Between 2011 and the end of 2012, 19 states passed a wave of laws intended to make it more difficult for certain individuals -- primarily minorities – to vote. And yet, at least four members of the U.S. Supreme Court are reportedly skeptical as to whether a key section of the 1965 Voting Rights Act is still necessary to protect some voters from racial discrimination.
The United States has had a rather spotty history when it comes to ensuring all of its citizens, no matter the color of their skin, can take advantage of their constitutionally-protected right to vote in political elections. The Voting Rights Act was passed in response to the barriers – such as poll taxes and literary tests – southern states established as way to keep African Americans from the polls in post-Jim Crow America, and established extensive federal oversight over those regulations in states with long histories of discriminatory voting practices.
“[The law] reflects what America can be when we keep our promises to citizens,” Debo Adegbile, who is defending the law before the Supreme Court on behalf of the NAACP Legal Defense Fund, said Wednesday in a conference call with reports.
But that very provision is currently being challenged before the U.S. Supreme Court. On Wednesday the justices heard oral arguments in Shelby County v. Holder, a case that explicitly challenges the constitutionality of Section 5 of the landmark civil rights law. The section specifies that states with a history of consistent racial discrimination must report new voting regulations to the U.S. Department of Justice for approval, a requirement that opponents say violates states’ rights.
Jurisdictions must report those changes if: They had, at the time of the law's passage, instituted some kind "test or device" restricting the opportunity to vote, and if less than 50 percent of voting age residents were not registered to vote (so basically, most of the South). The formula was expanded in 1975 to include to include jurisdictions that provided voting materials only in English when members of a language minority make up at least 5 percent of the population.
Shelby County, Ala., is arguing the coverage formula included in Section 5 was written to apply to segregation-era policies that are no longer applicable. During oral arguments on Wednesday, Justice Anton Scalia reportedly reiterated that opinion, and even questioned whether the provision is a racial entitlement for minorities.
“Our response is, it’s not about any kind of ‘entitlement’. It’s about inviting everybody to the party that is democracy,” said John Greenbaum, the chief counsel for the Lawyers’ Committee for Civil Rights Under the Law.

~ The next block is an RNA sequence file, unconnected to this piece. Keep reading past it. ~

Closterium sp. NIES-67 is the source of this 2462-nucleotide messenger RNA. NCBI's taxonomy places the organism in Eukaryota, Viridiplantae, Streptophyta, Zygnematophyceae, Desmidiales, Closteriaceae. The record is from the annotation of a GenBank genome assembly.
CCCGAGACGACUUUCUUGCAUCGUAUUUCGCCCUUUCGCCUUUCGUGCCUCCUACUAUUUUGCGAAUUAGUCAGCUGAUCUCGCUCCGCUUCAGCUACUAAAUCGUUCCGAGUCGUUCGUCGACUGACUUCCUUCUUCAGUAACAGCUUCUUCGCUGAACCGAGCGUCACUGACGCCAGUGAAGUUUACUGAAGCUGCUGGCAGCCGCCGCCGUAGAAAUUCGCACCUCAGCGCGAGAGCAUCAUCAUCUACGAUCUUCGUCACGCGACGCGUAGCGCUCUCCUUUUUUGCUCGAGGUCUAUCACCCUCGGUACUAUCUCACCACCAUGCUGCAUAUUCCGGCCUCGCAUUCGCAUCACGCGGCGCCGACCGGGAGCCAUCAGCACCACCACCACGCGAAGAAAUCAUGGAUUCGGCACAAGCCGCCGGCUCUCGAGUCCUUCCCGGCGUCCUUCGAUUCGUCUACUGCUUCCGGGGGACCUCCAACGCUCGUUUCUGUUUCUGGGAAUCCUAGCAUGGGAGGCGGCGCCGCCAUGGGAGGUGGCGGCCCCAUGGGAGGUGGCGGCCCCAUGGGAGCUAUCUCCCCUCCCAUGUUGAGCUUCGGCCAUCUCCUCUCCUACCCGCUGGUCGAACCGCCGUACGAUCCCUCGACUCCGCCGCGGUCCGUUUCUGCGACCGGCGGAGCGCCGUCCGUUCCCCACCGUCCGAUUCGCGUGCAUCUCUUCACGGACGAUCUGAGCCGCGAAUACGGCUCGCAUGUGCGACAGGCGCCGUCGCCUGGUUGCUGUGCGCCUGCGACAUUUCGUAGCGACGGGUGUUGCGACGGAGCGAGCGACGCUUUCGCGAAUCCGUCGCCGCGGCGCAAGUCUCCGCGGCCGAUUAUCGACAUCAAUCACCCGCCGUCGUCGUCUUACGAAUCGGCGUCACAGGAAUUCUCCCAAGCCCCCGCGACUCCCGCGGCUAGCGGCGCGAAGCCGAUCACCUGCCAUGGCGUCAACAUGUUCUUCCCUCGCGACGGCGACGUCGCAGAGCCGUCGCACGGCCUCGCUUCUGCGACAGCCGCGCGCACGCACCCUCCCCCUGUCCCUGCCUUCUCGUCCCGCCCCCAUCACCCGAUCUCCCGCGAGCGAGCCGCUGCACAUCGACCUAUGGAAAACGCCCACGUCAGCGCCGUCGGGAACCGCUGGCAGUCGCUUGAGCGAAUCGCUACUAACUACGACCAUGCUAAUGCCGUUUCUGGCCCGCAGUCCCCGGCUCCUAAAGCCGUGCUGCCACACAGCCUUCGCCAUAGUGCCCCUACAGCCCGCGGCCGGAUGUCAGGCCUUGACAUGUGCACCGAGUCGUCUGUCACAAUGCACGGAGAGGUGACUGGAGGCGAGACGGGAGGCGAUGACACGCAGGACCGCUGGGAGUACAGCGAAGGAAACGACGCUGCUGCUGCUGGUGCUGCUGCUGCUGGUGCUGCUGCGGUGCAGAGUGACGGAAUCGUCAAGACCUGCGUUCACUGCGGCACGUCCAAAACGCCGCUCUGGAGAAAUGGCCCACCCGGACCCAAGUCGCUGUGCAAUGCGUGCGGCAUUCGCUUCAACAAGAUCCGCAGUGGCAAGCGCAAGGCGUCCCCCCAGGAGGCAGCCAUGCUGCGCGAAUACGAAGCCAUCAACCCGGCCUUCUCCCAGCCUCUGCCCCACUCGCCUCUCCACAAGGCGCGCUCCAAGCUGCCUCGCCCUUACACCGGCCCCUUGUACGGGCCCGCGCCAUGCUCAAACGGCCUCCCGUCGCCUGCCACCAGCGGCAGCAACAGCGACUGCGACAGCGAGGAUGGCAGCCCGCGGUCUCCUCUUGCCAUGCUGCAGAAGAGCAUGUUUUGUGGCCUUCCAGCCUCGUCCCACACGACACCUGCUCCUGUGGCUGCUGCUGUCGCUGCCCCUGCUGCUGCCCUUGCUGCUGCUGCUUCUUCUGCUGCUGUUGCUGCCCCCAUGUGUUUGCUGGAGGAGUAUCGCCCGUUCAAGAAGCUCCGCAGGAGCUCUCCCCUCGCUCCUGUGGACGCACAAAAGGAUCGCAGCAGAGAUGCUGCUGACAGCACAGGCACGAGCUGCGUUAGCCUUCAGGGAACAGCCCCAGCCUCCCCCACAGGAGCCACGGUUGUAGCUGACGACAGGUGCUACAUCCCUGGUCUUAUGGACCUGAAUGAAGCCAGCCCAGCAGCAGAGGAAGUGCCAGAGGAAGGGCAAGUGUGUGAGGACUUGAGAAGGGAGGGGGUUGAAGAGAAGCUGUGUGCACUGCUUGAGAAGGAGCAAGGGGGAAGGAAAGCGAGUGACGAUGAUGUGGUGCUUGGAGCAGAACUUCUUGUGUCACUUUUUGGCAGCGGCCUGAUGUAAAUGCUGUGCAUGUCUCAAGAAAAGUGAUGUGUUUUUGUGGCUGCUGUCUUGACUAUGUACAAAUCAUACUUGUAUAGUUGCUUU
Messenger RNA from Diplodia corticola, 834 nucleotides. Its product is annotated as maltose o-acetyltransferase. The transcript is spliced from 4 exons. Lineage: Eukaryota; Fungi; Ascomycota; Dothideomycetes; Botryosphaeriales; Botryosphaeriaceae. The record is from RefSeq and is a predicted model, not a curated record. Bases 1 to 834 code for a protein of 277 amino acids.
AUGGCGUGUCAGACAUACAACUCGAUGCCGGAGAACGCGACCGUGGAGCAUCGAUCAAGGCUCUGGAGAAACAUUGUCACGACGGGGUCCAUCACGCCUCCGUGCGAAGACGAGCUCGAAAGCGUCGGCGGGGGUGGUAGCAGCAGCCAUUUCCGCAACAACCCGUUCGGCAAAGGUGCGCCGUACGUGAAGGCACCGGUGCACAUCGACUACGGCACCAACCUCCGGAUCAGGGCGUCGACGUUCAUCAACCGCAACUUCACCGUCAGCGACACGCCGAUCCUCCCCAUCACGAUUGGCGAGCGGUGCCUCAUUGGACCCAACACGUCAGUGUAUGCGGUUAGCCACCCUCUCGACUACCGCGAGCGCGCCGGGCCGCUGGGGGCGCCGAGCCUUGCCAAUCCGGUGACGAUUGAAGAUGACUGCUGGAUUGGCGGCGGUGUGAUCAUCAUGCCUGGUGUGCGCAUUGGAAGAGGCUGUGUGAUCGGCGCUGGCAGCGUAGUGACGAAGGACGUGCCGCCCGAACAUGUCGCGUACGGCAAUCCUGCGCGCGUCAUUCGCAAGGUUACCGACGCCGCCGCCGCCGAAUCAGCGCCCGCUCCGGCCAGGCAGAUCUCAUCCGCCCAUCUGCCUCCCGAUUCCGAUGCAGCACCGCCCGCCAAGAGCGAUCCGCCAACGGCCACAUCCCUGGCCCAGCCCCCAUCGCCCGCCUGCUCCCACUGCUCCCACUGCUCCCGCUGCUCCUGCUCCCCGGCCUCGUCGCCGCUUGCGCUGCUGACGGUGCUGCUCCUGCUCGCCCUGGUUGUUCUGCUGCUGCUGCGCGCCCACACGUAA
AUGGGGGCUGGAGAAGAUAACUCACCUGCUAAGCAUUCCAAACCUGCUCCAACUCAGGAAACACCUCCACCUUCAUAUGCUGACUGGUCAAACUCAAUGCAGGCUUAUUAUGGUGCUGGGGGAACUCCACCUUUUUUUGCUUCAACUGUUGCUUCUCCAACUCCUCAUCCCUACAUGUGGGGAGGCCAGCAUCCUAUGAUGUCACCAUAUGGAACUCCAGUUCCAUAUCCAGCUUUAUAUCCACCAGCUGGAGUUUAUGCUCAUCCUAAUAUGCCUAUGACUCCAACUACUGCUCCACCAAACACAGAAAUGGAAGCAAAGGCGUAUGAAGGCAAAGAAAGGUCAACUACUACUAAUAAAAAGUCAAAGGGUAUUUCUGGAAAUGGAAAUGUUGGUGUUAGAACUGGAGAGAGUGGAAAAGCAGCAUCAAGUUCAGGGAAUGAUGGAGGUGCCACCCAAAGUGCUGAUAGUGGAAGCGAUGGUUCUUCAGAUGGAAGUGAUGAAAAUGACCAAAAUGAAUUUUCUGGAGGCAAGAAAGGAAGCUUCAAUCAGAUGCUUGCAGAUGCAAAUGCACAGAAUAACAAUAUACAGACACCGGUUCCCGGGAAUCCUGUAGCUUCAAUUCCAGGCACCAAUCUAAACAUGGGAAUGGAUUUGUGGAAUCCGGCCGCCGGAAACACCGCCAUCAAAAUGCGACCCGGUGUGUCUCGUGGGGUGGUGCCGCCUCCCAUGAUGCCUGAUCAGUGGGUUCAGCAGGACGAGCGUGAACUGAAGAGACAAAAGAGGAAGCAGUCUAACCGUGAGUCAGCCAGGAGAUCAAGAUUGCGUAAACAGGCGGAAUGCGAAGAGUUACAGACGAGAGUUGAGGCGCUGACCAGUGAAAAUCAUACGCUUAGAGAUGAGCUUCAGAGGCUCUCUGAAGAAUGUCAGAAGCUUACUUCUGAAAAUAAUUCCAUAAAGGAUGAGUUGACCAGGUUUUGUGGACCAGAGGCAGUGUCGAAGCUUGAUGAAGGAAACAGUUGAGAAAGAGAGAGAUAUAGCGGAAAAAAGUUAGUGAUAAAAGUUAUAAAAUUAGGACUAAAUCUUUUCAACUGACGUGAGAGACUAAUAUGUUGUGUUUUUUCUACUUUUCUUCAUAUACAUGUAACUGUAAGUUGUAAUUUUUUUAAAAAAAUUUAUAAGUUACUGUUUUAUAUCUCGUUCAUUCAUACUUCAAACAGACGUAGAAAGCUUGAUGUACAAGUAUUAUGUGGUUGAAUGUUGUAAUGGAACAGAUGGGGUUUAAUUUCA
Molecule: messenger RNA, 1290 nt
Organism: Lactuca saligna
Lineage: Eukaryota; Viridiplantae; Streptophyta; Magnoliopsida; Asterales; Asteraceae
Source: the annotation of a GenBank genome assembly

He added that none of the justices disputed the fact that certain jurisdictions have, traditionally, been plagued by racism.
According to Pastor Harold Jones, Shelby County is one of those jurisdictions. Jones, who is a defendant in the case, has spent a lifetime in the area. And while he said conditions for African Americans have definitely improved since the passage of the 1965 law, racism has not been eradicated by any means.
“On many occasions in my younger days I was exposed to the KKK. I remember being afraid and my mother would put me under the bed to protect me,” Jones said. “I don’t want to see those days come back.”
As supporters often note, under the law’s “bailout” process covered jurisdictions can be exempted from the DOJ preclearance if they can prove there have been no discriminatory voting practices for at least a decade, and if the state has taken action to improve minority voting rights. That could be one of the strongest arguments in favor of the law, since it demonstrates that federal oversight is not never-ending.
The Voting Rights Act has been extended four times since its initial passage. The latest extension occurred in 2006, when both the U.S. House and Senate overwhelmingly agreed to enact it for another 25 years.
But there have been constitutional challenges to the provision every time it’s been up for congressional approval. A 2009 challenge from Texas was ultimately upheld by the Supreme Court in an 8-to-1 vote, but it did not directly determine the constitutionality of Section 5.
If anything, the lead up to the 2012 election proved voting laws are still a huge topic for debate in the U.S. But the surplus of regulations passed during that time – such as government-issued photo ID requirements (Alabama, Mississippi, South Carolina, Tennessee, Texas); early-voting cutbacks (Florida, Georgia, Tennessee); and the permanent disenfranchisement of ex-felons (Florida, Iowa, Kentucky and Virginia) – may not be argued before the court, since Shelby County is specifically challenging the law’s 2006 extension.
The DOJ pushed back against those restrictions in Florida, South Carolina, and Texas, the Brennan Center for Justice reports. But that would not have possible without Section 5.
According to Laughlin McDonald, the director of the American Civil Liberties Union Voting Rights Project, the nation’s high court appeared to be split 4 to 4 in their opinion of the provision during oral arguments. Chief Justice John Roberts, a conservative, may be the swing vote to make or break the case.
“I’m trying to convince myself there won’t be enough votes to strike it down,” McDonald said.
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